(iii) This present study also redresses a shortcoming in virtually all studies of the genetics of speciation. For technical reasons, such studies always have been done with only one or two representative lines from each species, but cloning has since made sampling many chromosomes feasible. By doing so, the results of Fig. Fig.33A corroborate the conclusion that OdsH-induced hybrid sterility is a species phenomenon, not a peculiar property of a few lines.

(iv) Finally, the mixed genealogies near the OdsH locus suggest a molecular perspective on the species concept. What seems most surprising is the very different resolutions between the genealogical trees of regions of DNA less than 2 kb apart. The hitchhiking process, either in removing ancient polymorphisms or in excluding cointrogressions of tightly linked variations, must have been relatively ineffectual over a longer distance (see also ref. 27). This raises an intriguing possibility: diverging species that remain incompletely isolated reproductively (such as D. simulans and D. mauritiana) may be permeable to introgression over a large portion of their genomes. As only a small region near each locus of speciation is impermeable, the exchange may continue for some time until reproductive isolation is complete. During this period, regions of impermeability would only expand gradually because of the increase in the number of speciation loci. Whether this molecular perspective of “porous species,” suggested by the population genetics near OdsH, is general will have to await the cloning and characterization of other speciation loci.


We thank Shigeo Hayashi for providing the D. mauritiana stocks. We also thank Ian Boussy, Justin Fay, Mark Jensen, Eli Stahl, and Kevin Thornton for comments. This work was supported by grants from National Institutes of Health and National Science Foundation (to C.I.W.).


This paper was submitted directly (Track II) to the PNAS office.

Data deposition: The sequences reported in this paper have been deposited in the GenBank database (accession nos. AF254805 for D. simulans, AF254806 for D. mauritiana, and AF254807 for D. sechellia).

Article published online before print: Proc. Natl. Acad. Sci. USA, 10.1073/pnas.090541597.

Article and publication date are at www.pnas.org/cgi/doi/10.1073/pnas.090541597


1. Palopoli M F, Davis A W, Wu C-I. Genetics. 1996;144:1321–1328. [PMC free article] [PubMed]
2. Hilton H, Kliman R M, Hey J. Evolution (Lawrence, Kans) 1994;48:1900–1913.
3. Dobzhansky T. Genetics of the Evolutionary Process. New York: Columbia Univ. Press; 1970.
4. Mayr E. Animal Species and Evolution. Cambridge, MA: Belknap; 1963.
5. Nei M, Roychoudhury A K. Mol Biol Evol. 1993;10:927–943. [PubMed]
6. Vila C, Savolainen P, Maldonado J E, Amorim I R, Rice J E, Honeycutt R L, Crandall K A, Lundeberg J, Wayne R K. Science. 1997;276:1687–1689. [PubMed]
7. Hollocher H, Ting C-T, Wu M L, Wu C-I. Genetics. 1997;147:1191–1201. [PMC free article] [PubMed]
8. Hasson E, Wang I N, Zeng L W, Kreitman K, Eanes W F. Mol Biol Evol. 1998;15:756–769. [PubMed]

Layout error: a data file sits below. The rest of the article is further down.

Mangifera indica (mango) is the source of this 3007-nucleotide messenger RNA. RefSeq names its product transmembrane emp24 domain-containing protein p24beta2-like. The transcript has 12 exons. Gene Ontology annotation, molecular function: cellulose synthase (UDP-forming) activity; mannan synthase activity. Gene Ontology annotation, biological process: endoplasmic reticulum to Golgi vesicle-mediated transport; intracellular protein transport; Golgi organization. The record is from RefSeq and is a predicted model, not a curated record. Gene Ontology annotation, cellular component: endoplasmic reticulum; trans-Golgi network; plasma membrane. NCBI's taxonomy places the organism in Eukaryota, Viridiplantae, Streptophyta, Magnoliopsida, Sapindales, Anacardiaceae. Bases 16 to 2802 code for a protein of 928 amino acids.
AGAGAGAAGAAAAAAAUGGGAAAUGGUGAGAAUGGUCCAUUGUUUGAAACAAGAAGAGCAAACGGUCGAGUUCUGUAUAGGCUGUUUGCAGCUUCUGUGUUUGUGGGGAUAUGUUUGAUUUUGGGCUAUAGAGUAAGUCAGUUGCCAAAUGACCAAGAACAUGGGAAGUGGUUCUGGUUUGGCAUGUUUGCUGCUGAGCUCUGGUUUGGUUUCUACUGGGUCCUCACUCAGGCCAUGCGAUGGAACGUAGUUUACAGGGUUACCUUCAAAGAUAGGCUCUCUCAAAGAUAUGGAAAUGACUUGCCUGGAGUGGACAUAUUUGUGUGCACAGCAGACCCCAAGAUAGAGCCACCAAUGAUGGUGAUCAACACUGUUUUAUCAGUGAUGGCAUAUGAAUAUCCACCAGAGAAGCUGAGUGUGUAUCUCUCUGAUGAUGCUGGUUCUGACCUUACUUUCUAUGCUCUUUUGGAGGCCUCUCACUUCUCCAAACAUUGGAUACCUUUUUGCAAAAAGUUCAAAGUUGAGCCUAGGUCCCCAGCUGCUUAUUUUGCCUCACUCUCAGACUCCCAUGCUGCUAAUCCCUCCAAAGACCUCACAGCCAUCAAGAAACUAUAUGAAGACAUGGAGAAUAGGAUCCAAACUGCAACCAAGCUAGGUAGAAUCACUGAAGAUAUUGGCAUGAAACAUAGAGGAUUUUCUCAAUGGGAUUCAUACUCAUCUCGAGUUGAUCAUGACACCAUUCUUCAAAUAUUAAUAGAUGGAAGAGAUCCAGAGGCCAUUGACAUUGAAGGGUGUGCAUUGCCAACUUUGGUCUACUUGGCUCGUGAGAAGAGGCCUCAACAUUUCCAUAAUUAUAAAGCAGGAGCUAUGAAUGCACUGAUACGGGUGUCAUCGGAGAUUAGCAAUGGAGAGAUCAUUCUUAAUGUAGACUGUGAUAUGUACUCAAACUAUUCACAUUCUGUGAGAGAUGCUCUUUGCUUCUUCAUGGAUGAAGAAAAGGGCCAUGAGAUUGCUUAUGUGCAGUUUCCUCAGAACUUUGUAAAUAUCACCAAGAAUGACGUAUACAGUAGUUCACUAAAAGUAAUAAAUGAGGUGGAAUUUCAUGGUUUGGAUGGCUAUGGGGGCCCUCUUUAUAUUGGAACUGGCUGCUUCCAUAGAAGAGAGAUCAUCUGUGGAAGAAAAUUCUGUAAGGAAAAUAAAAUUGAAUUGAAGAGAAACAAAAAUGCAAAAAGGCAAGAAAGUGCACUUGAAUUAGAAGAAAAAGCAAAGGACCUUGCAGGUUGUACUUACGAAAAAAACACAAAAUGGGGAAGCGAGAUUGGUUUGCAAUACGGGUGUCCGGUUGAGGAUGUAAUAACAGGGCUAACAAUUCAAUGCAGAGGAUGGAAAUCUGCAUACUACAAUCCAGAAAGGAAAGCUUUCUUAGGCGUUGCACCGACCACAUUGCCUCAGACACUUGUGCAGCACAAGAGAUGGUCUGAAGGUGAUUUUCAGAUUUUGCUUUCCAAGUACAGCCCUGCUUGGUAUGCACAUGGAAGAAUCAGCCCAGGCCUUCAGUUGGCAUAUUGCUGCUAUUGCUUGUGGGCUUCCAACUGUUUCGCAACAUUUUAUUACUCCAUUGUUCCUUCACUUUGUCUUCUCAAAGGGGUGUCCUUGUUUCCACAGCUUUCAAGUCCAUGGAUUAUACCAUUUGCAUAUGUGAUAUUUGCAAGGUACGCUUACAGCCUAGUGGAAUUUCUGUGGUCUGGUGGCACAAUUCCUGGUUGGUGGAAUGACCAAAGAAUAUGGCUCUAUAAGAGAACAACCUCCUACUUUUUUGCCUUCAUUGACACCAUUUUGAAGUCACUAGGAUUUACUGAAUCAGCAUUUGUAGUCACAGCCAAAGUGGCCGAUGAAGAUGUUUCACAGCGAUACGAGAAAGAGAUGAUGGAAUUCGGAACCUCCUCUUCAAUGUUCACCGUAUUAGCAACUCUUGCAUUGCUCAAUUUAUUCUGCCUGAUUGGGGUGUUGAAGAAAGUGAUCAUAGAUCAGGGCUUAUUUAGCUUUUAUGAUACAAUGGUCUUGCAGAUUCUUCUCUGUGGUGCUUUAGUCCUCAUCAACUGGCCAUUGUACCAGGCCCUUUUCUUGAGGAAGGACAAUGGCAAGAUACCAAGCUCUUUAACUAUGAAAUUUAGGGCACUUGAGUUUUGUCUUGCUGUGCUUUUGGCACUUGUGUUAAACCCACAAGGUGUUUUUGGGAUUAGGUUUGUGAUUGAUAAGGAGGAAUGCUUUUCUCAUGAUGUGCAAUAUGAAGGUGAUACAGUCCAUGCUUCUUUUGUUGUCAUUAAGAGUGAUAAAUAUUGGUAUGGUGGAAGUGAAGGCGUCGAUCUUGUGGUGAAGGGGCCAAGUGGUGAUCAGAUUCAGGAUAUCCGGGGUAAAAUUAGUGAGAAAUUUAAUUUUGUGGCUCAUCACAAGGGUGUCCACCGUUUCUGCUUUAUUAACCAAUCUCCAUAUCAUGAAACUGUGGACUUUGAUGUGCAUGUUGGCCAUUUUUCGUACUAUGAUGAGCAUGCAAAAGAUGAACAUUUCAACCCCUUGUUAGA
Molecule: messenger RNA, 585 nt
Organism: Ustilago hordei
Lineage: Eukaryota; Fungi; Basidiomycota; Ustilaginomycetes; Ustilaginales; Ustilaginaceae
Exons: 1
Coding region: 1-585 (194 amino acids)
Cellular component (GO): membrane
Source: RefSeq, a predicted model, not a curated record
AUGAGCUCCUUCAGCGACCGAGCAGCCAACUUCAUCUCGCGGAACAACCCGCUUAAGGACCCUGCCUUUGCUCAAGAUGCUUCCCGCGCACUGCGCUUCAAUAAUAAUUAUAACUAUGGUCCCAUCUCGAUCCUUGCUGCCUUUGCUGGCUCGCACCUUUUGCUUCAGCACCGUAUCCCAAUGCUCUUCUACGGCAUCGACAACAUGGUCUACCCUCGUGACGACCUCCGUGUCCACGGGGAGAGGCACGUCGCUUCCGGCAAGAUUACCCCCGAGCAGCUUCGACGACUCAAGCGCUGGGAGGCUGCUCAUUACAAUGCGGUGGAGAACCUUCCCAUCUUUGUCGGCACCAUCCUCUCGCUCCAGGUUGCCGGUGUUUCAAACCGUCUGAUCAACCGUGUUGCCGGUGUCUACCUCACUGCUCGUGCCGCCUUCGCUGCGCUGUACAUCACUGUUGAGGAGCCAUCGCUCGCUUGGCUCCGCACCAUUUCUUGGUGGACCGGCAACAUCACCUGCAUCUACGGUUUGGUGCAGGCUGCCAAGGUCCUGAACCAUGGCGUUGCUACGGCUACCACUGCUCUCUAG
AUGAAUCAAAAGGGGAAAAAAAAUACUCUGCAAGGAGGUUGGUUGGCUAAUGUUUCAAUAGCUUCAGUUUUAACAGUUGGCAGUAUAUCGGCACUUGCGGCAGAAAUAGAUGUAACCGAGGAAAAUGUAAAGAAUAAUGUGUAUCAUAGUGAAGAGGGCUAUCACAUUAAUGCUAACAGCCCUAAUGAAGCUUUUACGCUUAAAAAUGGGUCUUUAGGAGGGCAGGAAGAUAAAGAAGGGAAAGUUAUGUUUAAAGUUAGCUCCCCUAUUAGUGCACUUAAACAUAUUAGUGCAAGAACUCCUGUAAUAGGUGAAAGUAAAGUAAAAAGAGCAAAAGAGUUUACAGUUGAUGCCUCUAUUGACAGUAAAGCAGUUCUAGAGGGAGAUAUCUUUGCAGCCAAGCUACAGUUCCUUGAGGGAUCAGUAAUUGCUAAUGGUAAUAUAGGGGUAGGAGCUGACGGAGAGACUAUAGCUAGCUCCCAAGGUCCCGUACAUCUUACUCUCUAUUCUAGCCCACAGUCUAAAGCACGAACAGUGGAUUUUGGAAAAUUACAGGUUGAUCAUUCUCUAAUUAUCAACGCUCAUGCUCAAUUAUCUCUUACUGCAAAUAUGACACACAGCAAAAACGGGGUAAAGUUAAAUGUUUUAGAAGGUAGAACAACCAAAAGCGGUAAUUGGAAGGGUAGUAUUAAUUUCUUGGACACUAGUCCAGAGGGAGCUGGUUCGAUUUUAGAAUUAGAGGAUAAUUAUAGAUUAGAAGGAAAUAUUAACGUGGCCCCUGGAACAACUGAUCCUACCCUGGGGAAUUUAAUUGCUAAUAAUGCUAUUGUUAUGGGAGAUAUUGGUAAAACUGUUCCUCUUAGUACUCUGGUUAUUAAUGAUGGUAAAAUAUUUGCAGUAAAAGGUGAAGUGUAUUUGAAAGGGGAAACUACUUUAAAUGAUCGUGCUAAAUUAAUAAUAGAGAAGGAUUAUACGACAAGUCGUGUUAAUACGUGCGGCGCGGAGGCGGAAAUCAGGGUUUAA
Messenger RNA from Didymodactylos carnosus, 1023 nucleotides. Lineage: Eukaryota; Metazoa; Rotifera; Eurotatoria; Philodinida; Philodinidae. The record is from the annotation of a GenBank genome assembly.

9. Tsaur S C, Ting C-T, Wu C-I. Mol Biol Evol. 1998;15:1040–1046. [PubMed]
10. Pamilo P, Nei M. Mol Biol Evol. 1988;5:568–583. [PubMed]
11. Wu C-I. Genetics. 1991;127:429–435. [PMC free article] [PubMed]
12. Takahata N. Genetics. 1991;129:585–595. [PMC free article] [PubMed]
13. Wang R L, Wakeley J, Hey J. Genetics. 1997;147:1091–1106. [PMC free article] [PubMed]
14. Avise J C. Molecular Markers, Natural History, and Evolution. New York: Chapman & Hall; 1994.
15. Ting C-T, Tsaur S C, Wu M-L, Wu C-I. Science. 1998;282:1501–1504. [PubMed]
16. Caccone A, Moriyama E N, Gleason J M, Nigro L, Powell J R. Mol Biol Evol. 1996;13:1224–1232. [PubMed]
17. Hey J, Kliman R M. Mol Biol Evol. 1993;10:804–822. [PubMed]
18. Wu C-I, Palopoli M F. Annu Rev Genet. 1994;28:283–308. [PubMed]
19. True J R, Liu J, Stam L F, Zeng Z-B, Laurie C C. Evolution (Lawrence, Kans) 1997;51:816–832.
20. Harr B, Weiss S, Davis J R, Brem G, Schlotterer C. Curr Biol. 1998;8:1183–1186. [PubMed]
21. Maynard Smith J, Haigh J. Genet Res. 1974;23:23–35. [PubMed]
22. Stephan W, Wiehe T H E, Lenz M W. Theor Popul Biol. 1992;41:237–254.
23. Tajima F. Genetics. 1989;123:585–595. [PMC free article] [PubMed]
24. Fu Y-X, Li W-H. Genetics. 1993;133:693–709. [PMC free article] [PubMed]
25. Solignac M, Monnerot M. Evolution (Lawrence, Kans) 1986;40:531–539.
26. Ballard, J. W. O. (2000) J. Mol. Evol., in press. [PubMed]
27. Wang R L, Stec A, Hey J, Lukens L, Doebley J. Nature (London) 1998;398:236–239. [PubMed]

Articles from Proceedings of the National Academy of Sciences of the United States of America are provided here courtesy of National Academy of Sciences
PubReader format: click here to try


Save items

Related citations in PubMed

See reviews...See all...

Cited by other articles in PMC

See all...


  • Cited in Books
    Cited in Books
    NCBI Bookshelf books that cite the current articles.
  • Gene
    Gene records that cite the current articles. Citations in Gene are added manually by NCBI or imported from outside public resources.
  • MedGen
    Related information in MedGen
  • Nucleotide
    Primary database (GenBank) nucleotide records reported in the current articles as well as Reference Sequences (RefSeqs) that include the articles as references.
  • Protein
    Protein translation features of primary database (GenBank) nucleotide records reported in the current articles as well as Reference Sequences (RefSeqs) that include the articles as references.
  • PubMed
    PubMed citations for these articles
  • Taxonomy
    Taxonomy records associated with the current articles through taxonomic information on related molecular database records (Nucleotide, Protein, Gene, SNP, Structure).
  • Taxonomy Tree
    Taxonomy Tree

Recent Activity

Your browsing activity is empty.

Activity recording is turned off.

Turn recording back on

See more...